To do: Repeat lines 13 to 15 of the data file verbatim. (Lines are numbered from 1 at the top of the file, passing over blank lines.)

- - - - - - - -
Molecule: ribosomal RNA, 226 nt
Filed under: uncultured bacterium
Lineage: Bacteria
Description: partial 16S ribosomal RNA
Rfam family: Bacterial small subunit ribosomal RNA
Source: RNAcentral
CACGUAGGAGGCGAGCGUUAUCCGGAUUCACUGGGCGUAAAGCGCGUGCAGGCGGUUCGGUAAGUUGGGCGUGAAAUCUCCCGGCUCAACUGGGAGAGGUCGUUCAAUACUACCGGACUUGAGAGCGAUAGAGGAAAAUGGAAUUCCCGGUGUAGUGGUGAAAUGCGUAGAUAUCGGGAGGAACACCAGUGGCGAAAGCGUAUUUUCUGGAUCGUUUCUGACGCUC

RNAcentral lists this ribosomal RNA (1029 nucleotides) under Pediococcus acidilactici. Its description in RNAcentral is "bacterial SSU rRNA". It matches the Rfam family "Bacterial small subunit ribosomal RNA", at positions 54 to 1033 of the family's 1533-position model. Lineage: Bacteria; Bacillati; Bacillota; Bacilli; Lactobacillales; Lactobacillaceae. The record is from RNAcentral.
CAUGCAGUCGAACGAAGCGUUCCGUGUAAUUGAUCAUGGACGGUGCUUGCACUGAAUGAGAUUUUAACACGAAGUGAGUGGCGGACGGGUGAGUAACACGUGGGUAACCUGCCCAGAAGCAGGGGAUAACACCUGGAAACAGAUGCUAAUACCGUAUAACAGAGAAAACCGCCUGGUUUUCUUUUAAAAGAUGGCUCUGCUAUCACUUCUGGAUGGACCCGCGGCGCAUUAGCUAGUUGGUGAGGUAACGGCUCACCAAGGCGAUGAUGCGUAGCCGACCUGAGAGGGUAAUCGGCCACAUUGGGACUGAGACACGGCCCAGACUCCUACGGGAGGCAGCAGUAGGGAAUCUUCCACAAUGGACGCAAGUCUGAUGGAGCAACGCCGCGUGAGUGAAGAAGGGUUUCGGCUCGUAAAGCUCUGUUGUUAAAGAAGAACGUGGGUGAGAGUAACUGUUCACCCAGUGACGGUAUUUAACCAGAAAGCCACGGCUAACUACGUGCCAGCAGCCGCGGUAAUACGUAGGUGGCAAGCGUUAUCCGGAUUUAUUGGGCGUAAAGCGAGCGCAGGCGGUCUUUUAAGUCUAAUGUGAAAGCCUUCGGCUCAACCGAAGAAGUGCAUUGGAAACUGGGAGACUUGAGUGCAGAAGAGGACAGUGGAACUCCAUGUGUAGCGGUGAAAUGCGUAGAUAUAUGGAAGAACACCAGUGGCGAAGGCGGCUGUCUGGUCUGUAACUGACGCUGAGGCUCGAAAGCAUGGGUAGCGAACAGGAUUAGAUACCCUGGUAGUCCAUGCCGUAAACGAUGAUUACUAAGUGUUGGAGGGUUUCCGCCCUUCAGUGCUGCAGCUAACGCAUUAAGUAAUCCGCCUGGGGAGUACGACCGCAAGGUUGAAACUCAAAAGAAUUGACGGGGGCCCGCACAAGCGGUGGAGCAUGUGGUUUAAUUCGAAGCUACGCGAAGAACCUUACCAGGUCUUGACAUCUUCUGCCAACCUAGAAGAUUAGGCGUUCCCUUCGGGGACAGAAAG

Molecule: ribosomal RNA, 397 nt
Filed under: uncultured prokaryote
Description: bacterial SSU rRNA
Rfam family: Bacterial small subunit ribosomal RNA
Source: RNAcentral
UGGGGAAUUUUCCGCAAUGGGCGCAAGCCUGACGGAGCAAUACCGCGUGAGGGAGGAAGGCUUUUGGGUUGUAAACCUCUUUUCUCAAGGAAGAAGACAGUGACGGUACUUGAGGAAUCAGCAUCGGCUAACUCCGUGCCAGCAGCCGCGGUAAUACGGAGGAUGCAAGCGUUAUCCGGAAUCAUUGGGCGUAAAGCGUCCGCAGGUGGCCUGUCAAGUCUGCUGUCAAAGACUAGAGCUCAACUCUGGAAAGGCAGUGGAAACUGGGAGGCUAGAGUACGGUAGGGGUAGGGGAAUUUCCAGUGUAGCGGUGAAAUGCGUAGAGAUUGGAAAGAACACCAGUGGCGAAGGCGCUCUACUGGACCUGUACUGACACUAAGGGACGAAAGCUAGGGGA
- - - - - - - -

Rfam family: Bacterial small subunit ribosomal RNA
Source: RNAcentral
UGGGGAAUUUUCCGCAAUGGGCGCAAGCCUGACGGAGCAAUACCGCGUGAGGGAGGAAGGCUUUUGGGUUGUAAACCUCUUUUCUCAAGGAAGAAGACAGUGACGGUACUUGAGGAAUCAGCAUCGGCUAACUCCGUGCCAGCAGCCGCGGUAAUACGGAGGAUGCAAGCGUUAUCCGGAAUCAUUGGGCGUAAAGCGUCCGCAGGUGGCCUGUCAAGUCUGCUGUCAAAGACUAGAGCUCAACUCUGGAAAGGCAGUGGAAACUGGGAGGCUAGAGUACGGUAGGGGUAGGGGAAUUUCCAGUGUAGCGGUGAAAUGCGUAGAGAUUGGAAAGAACACCAGUGGCGAAGGCGCUCUACUGGACCUGUACUGACACUAAGGGACGAAAGCUAGGGGA